The book is quite good. Sauls is insightful and bright. He is well read and the book has excellent quotes and anecdotes. He is also humble and transparent about his own struggles.

Here are the eight vulnerabilities: ambition, isolation, criticism, envy, insecurity, anti-climax (disappointment), opposition, suffering. I would say that the chapters on ambition, criticism, envy and insecurity are especially good, but all of them are good.

Near the outset of the book, he makes these comments:

Jesus also offers a radically different understanding of what it means to be a leader. His vision for leadership often parts ways with the typical American view of such things. For example:

In America, credentials qualify a person to lead. In Jesus, the chief qualification is character.

In America, what matters most are the results we produce. In Jesus, what matters most is the kind of people we are becoming.

In America, success if measured by material accumulation, power, and the positions that we hold. In Jesus, success is measured by material generosity, humility, and the people whom we serve. (p. 21)

Because of his own struggles, he makes this prayer a daily prayer for himself:

Father in heaven,

Always grant me character

that is greater than my gifts

and humility

that is greater than my influence.

Amen.

(p. 64)

The book is rooted in the Scriptures. For example, he has very good sections on the rivalry of Jacob and Esau, and on Jacob’s wrestling with God in Genesis 32.

Here is an example of the kind of honesty and vulnerability that he models:

One season flattened me physically, spiritually, and emotionally to the point where, though not suicidal, I prayed daily that God would either heal the affliction or end my life. I could not sleep despite taking sleeping pills, lost thirty pounds, and could barely eat or get out of bed. If you had quoted Romans 8:28 to me or referenced other Scripture promising that God would work my situation out for good, it would have fallen on deaf ears.

In retrospect, however, I can now see the hand of God in that horrid season. (p. 179-180)

Finally, he concludes with a tribute to Tim Keller. He wrote this tribute after Tim Keller announced his planned retirement in March, 2017. There is much to be learned simply by reading about Keller’s life in this tribute.

Overall, I highly recommend this book.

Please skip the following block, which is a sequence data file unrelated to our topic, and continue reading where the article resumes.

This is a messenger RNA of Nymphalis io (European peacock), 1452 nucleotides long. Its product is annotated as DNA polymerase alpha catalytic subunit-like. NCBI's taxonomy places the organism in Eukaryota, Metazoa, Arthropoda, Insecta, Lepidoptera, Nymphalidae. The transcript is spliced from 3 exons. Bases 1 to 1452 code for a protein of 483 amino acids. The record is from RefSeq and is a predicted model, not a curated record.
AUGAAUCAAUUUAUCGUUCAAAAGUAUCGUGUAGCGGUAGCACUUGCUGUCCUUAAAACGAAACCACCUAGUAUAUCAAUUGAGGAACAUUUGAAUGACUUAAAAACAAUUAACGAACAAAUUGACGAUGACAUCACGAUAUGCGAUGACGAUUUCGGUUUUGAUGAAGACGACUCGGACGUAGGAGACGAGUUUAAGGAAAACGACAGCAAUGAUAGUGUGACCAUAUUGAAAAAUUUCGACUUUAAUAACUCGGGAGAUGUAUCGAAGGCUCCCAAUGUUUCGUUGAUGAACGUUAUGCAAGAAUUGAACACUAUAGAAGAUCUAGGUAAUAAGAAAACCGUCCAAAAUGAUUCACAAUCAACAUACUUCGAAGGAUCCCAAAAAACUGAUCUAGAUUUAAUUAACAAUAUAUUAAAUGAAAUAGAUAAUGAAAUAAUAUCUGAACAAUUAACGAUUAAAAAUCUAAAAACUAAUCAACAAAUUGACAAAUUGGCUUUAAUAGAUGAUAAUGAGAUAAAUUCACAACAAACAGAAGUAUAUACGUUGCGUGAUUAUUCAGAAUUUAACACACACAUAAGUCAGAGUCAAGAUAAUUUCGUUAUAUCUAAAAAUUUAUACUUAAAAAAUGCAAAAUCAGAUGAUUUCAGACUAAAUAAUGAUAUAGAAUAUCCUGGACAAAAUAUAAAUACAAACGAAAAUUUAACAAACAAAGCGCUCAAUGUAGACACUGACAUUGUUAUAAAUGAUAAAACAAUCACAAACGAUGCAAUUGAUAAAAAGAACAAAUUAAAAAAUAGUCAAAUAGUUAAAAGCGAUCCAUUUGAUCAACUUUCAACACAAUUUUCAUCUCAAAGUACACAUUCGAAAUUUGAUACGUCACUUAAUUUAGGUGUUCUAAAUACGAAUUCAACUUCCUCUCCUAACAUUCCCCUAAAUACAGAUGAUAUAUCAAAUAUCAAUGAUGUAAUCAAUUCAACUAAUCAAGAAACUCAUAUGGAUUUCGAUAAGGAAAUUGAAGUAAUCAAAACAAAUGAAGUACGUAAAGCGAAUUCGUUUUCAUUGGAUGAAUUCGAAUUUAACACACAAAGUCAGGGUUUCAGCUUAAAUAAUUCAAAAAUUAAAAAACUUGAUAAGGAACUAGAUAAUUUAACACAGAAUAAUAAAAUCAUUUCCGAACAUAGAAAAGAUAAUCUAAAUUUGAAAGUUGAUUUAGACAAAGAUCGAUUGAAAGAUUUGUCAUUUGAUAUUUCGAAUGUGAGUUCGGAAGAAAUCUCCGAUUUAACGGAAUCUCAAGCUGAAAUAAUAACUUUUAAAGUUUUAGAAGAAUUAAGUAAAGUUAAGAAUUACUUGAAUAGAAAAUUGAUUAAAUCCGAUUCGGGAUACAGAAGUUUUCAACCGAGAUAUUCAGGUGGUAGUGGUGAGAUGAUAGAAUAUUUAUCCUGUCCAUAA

Bird by Bird: Some Instructions on Writing and Life

Anne Lamott

Anne Lamott is an American writer who has written both novels and non-fiction books. She has taught classes on writing. This book is the substance of what she teaches.

The book is a helpful guide to writing. She makes some excellent points. Here are some of the suggestions that I found most helpful:

* Write a little each day.

* Write a bad first draft. Just get the words on the paper. Then you can edit and re-write.

* If you get stuck in your writing, you might write your story as if it’s a letter to someone. The informality of a letter might deliver you from perfectionism.

* Publication is overrated. Writing is its own reward.

* To be a good writer, write a lot.

She gets the title from a little story about her dad:

I also remember a story that I know I’ve told elsewhere but that over and over helps me to get a grip: thirty years ago my older brother, who was ten years old at the time, was trying to get a report on birds written that he’d had three months to write, which was due the next day. We were out at our family cabin in Bolinas, and he was at the kitchen table close to tears, surrounded by binder paper and pencils and unopened books on birds, immobilized by the hugeness of the task ahead. Then my father sat down beside him, put his arm around my brother’s shoulder, and said, “Bird by bird, buddy. Just take it bird by bird.” (p. 18-19)

One of her big points in the book is that publication is overrated. Rather, writing is its own reward. These are her words:

But I still encourage anyone who feels at all compelled to write to do so. I just try to warn people who hope to get published that publication is not all that it is cracked up to be. But writing is. Writing has so much to give, so much to teach, so many surprises. That thing you had to force yourself to do – the actual act of writing – turns out to be the best part. It’s like discovering that while you thought you needed the tea ceremony for the caffeine, what you really needed was the tea ceremony. The act of writing turns out to be its own reward. (p. xxvi)

Anne Lamott is an excellent writer. She is honest and vulnerable. She is funny – at times, hilarious. Unfortunately, she is profane at times.

For those who are interested in the art of writing, Anne Lamott is a helpful teacher.